Editors should consider retracting a publication if:
They have clear evidence that the findings are unreliable, either as a result of major error (eg, miscalculation or experimental error), or as a result of fabrication (eg, of data) or falsification (eg, image manipulation)
It constitutes plagiarism
The findings have previously been published elsewhere without proper attribution to previous sources or disclosure to the editor, permission to republish, or justification (ie, cases of redundant publication)
Author Elizabeth Wager, Virginia Barbour, Steven Yentis, Sabine Kleinert on behalf of COPE Council Version 12009 Version 2 2019 How to cite this
COPE Council. COPE Guidelines: Retraction Guidelines. November 2019. https://doi.org/10.24318/cope.2019.1.4
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Full page history
17 May 2020
Text replaced with summary text from 2019 guidelines.
An allegation of data fraud was not satisfactorily resolved by correspondence with the authors. We then went to the lead institution and asked for an investigation. Within 10 days we had a report clearing the authors, but interestingly using some of the exact same phrases the authors used in their responses to us. We felt that the report was too superficial and approached the other institution involved.
A new investigation was started; this investigation took many months. The report said there was insufficient justification to take the matter to formal assessment and the institution was not minded to investigate further.
We remain concerned. The second investigation asked the authors to provide some data for re-analysis: that came out close enough for the committee to be reassured. However, provision of the same data for re-analysis is likely to produce the same result. In our previous experiences, only checking of at least some of the case report forms would uncover fraudulent data. We are therefore not reassured that the paper is sound and we have no direct evidence (CRFs) that the data are genuine.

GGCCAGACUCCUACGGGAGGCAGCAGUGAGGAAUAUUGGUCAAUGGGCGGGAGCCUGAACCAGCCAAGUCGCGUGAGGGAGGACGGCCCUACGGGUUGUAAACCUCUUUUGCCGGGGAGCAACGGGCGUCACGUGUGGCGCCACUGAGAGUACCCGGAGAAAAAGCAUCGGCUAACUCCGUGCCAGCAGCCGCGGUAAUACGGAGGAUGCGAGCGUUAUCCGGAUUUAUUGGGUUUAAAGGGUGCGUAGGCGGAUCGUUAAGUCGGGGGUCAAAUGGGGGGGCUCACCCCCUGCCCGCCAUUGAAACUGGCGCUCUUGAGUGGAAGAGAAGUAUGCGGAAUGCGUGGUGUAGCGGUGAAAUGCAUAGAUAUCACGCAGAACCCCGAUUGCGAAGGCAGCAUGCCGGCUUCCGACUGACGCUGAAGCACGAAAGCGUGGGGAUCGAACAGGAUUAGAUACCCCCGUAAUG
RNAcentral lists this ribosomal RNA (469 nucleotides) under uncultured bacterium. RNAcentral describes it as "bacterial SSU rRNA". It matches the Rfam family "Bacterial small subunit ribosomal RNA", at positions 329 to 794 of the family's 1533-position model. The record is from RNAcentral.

Questions for the COPE Forum • When two institutional reviews have failed to investigate thoroughly enough to reassure editors, what further investigations might be warranted? And by whom?
• Is there sufficient doubt remaining for an expression of concern? Or should we accept the results of the investigations even if we consider them inadequate?
The Forum suggested that if the original data cannot be produced, it would be reasonable to retract the paper. No access to the primary data are grounds for retraction. The Forum asked if it would be possible for the journal to have access to the anonymised data?
The Forum agreed that an expression of concern would be appropriate if the journal believes that the institution has not done due diligence. It is not within the journal’s remit to carry out an investigation. The COPE retraction guidelines state that editors are welcome to issue an expression of concern if the investigation by an institution has not been fair or conclusive.
A suggestion was to contact an organisation that oversees these types of investigations at the institution. Is there a national body than could be contacted?
The role of the editor is to safeguard the literature and prevent readers from being misled, so an expression of concern is entirely warranted in this case.
A reader contacted the journal to raise concerns about a paper containing a potentially manipulated figure. The editor-in-chief agreed with the assessment that the figure had been manipulated and attempted to contact the corresponding author, without response. Following further contact with the co-authors and institution, it was established that the corresponding author had retired after publication of the paper, and no current contact details could be found.